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Severe clinical outcomes of COVID-19 associated with proton pump inhibitors: a nationwide cohort study with propensity score matching
  1. Seung Won Lee1,
  2. Eun Kyo Ha2,
  3. Abdullah Özgür Yeniova3,
  4. Sung Yong Moon1,
  5. So Young Kim4,
  6. Hyun Yong Koh5,
  7. Jee Myung Yang6,
  8. Su Jin Jeong7,
  9. Sun Joon Moon8,
  10. Joo Young Cho9,
  11. In Kyung Yoo9,
  12. Dong Keon Yon7,10
  1. 1 Department of Data Science, Sejong University College of Software Convergence, Seoul, Korea
  2. 2 Department of Pediatrics, Kangnam Sacred Heart Hospital, Hallym University College of Medicine, Seoul, Korea
  3. 3 Division of Gastroenterology, Department of Internal Medicine, Tokat Gaziosmanpaşa University Faculty of Medicine, Tokat, Turkey
  4. 4 Department of Otorhinolaryngology-Head & Neck Surgery, CHA Bundang Medical Center, CHA University School of Medicine, Seongnam, Korea
  5. 5 F.M. Kirby Neurobiology Center, Boston Children's Hospital, Harvard Medical School, Boston, Massachusetts, USA
  6. 6 Department of Ophthalmology, Asan Medical Center, University of Ulsan College of Medicine, Seoul, Korea
  7. 7 Department of Pediatrics, CHA Bundang Medical Center, CHA University School of Medicine, Seongnam, Korea
  8. 8 Department of Internal Medicine, Kangbuk Samsung Hospital, Sungkyunkwan University School of Medicine, Seoul, Korea
  9. 9 Department of Gastroenterology, CHA Bundang Medical Center, CHA University School of Medicine, Seongnam, Korea
  10. 10 Armed Force Medical Command, Republic of Korea Armed Forces, Seongnam, Korea
  1. Correspondence to Professor Seung Won Lee, Sejong University College of Software Convergence, Seoul 05006, Korea; lsw2920{at}; Professor In Kyung Yoo, CHA University School of Medicine, Seongnam 13497, Korea; lemonherb12{at}; Dr Dong Keon Yon, CHA University School of Medicine, Seongnam 13497, Korea; yonkkang{at}


Objective The adverse effects of proton pump inhibitors (PPIs) have been documented for pneumonia; however, there is no consensus regarding whether the use of PPIs might be harmful regarding the risk of severe acute respiratory syndrome coronavirus 2 (SARS-CoV-2) infection. In this regard, we aimed to measure the potential associations of the current use of PPIs with the infection rates of COVID-19 among patients who underwent SARS-CoV-2 testing.

Design Data were derived from a Korean nationwide cohort study with propensity score matching. We included 132 316 patients older than 18 years who tested for SARS-CoV-2 between 1 January and 15 May 2020. Endpoints were SARS-CoV-2 positivity (primary) and severe clinical outcomes of COVID-19 (secondary: admission to intensive care unit, administration of invasive ventilation or death).

Results In the entire cohort, there were 111 911 non-users, 14 163 current PPI users and 6242 past PPI users. After propensity score matching, the SARS-CoV-2 test positivity rate was not associated with the current or past use of PPIs. Among patients with confirmed COVID-19, the current use of PPIs conferred a 79% greater risk of severe clinical outcomes of COVID-19, while the relationship with the past use of PPIs remained insignificant. Current PPI use starting within the previous 30 days was associated with a 90% increased risk of severe clinical outcomes of COVID-19.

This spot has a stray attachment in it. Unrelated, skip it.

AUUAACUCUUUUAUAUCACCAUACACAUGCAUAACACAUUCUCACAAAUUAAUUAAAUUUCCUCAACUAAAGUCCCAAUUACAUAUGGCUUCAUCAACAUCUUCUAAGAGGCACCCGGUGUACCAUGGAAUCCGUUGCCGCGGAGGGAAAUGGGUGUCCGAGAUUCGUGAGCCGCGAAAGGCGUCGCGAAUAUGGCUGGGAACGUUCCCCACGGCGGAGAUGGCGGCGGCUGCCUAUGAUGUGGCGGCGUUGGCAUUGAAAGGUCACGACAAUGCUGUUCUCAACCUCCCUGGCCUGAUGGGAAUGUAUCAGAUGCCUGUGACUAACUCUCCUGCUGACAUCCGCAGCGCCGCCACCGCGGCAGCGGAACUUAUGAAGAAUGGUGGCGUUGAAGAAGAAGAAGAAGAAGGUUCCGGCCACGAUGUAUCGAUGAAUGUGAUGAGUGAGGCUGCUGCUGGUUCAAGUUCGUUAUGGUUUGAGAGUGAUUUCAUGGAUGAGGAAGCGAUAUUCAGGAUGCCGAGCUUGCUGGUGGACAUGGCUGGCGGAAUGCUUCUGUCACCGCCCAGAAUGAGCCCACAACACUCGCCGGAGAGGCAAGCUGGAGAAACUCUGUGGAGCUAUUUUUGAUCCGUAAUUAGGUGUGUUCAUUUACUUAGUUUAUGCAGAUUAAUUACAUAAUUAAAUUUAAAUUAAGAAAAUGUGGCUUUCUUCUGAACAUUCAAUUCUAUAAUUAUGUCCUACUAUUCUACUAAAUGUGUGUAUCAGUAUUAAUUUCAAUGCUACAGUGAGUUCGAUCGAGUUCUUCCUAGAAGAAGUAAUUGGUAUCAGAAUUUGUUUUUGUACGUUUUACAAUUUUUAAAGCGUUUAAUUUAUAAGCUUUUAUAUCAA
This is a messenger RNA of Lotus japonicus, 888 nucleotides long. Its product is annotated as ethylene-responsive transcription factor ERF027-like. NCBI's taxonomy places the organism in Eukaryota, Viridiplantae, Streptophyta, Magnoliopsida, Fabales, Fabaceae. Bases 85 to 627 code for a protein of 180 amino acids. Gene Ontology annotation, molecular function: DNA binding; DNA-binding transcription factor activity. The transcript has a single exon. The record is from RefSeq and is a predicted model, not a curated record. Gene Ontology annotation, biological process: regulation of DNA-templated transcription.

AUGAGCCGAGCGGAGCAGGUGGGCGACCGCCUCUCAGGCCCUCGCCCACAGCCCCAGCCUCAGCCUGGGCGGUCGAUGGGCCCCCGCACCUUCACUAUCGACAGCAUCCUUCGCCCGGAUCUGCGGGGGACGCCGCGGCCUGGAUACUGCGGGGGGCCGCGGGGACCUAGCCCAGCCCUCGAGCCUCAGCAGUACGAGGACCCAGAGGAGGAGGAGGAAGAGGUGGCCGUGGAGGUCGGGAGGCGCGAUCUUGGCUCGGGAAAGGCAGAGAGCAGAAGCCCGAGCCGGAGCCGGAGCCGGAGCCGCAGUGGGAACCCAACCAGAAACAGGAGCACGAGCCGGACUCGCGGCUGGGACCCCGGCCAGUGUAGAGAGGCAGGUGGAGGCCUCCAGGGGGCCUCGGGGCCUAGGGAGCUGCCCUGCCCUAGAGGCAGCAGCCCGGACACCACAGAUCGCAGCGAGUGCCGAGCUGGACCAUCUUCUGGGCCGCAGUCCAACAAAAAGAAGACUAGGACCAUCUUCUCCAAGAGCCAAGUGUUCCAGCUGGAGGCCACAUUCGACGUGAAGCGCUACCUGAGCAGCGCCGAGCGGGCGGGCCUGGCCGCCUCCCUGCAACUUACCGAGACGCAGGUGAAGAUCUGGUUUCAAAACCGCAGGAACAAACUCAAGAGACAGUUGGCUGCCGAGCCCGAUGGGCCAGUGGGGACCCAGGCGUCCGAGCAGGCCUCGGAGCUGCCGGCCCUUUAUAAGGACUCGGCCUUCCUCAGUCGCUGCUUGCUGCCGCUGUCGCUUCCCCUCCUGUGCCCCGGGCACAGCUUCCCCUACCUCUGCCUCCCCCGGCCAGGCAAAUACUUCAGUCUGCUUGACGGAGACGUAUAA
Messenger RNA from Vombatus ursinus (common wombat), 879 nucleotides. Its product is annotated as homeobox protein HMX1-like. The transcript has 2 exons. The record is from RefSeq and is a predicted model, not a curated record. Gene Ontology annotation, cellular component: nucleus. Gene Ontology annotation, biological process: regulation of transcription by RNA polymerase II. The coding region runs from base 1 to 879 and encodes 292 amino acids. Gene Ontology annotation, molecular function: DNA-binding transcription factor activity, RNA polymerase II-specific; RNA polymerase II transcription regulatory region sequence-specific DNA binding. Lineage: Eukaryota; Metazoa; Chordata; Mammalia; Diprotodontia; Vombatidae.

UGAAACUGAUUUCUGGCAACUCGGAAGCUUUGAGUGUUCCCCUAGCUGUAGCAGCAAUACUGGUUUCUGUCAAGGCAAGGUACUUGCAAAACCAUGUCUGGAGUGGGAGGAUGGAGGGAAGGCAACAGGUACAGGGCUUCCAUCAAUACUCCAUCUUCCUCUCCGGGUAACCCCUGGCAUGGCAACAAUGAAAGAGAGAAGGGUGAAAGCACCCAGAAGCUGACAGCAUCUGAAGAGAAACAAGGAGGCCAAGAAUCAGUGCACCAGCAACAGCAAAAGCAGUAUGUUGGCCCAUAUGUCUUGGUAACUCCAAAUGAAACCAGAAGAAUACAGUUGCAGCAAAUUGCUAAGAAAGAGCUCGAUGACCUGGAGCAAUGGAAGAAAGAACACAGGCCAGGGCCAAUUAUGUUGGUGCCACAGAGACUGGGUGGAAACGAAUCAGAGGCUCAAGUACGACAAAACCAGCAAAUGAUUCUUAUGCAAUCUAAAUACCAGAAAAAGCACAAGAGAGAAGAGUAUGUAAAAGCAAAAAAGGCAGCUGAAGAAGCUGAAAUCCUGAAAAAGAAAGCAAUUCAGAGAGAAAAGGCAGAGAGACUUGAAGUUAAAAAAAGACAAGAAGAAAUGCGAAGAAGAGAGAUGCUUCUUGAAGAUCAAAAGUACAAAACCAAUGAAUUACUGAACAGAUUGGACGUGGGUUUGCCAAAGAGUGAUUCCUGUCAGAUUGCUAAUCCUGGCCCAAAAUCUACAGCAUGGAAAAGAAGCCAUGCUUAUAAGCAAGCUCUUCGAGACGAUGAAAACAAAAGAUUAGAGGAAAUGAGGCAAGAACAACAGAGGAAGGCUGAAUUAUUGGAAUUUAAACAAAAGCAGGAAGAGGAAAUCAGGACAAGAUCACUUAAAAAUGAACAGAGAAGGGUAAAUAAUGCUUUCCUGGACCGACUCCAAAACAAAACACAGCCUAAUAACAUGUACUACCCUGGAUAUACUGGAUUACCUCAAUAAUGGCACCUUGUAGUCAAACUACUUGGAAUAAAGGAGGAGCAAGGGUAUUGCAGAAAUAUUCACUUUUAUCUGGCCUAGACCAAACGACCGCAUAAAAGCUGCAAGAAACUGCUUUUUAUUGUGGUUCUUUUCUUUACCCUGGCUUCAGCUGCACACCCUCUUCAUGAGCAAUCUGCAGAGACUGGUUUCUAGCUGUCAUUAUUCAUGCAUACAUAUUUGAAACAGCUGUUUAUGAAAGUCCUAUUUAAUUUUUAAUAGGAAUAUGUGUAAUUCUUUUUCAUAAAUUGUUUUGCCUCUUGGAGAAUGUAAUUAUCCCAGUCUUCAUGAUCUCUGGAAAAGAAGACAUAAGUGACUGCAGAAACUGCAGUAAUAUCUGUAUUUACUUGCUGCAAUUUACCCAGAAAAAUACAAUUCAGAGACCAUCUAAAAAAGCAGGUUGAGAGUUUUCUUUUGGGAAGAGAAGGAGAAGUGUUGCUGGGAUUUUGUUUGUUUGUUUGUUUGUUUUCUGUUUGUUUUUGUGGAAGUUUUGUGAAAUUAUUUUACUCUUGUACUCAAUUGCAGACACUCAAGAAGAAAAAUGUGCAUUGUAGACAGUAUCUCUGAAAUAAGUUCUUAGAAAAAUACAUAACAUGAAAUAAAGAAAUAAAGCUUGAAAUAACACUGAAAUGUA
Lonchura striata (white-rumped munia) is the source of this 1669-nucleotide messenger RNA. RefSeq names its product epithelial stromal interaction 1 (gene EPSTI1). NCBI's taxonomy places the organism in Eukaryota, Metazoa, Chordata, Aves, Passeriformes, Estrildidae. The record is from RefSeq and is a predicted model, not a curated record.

Conclusion Patients taking PPIs are at increased risk for severe clinical outcomes of COVID-19 but not susceptible to SARS-CoV-2 infection. This suggests that physicians need to assess benefit–risk assessments in the management of acid-related diseases amid the COVID-19 pandemic.

  • epidemiology
  • proton pump inhibition

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  • SWL, EKH and DKY are joint first authors.

  • Contributors DKY had full access to all the data in the study and take responsibility for the integrity of the data and the accuracy of the data analysis. All authors approved the final version before submission. Conception and design: DKY. Analysis and interpretation of the data: SYM, SWL and DKY. Drafting of the article: EKH, SWL, IKY, AÖY and DKY. Critical revision of the article for important intellectual content: SYK, HYK, JMY, SJJ, SJM, JYC and DKY. Final approval of the article: all authors; Statistical expertise: SYM, SWL and DKY. Administrative, technical or logistic support: SWL and DKY. Collection and assembly of data: DKY. DKY is the guarantor.

  • Funding This work was supported by the National Research Foundation of Korea (NRF) grant funded by the Korea government (NRF2019R1G1A109977912).

  • Competing interests None declared.

  • Patient and public involvement Patients and/or the public were not involved in the design, conduct, reporting or dissemination plans of this research.

  • Patient consent for publication Not required.

  • Ethics approval The study protocol was approved by the institutional review board of Sejong University (SJU-HR-E-2020-003).

  • Provenance and peer review Not commissioned; externally peer reviewed.

  • Data availability statement Data are available on reasonable request. Study protocol, statistical code: available from the author DKY (e-mail, Dataset: de-identified datasets generated and analysed during the current study will be made available by request from the Health Insurance Review & Assessment Service of Korea at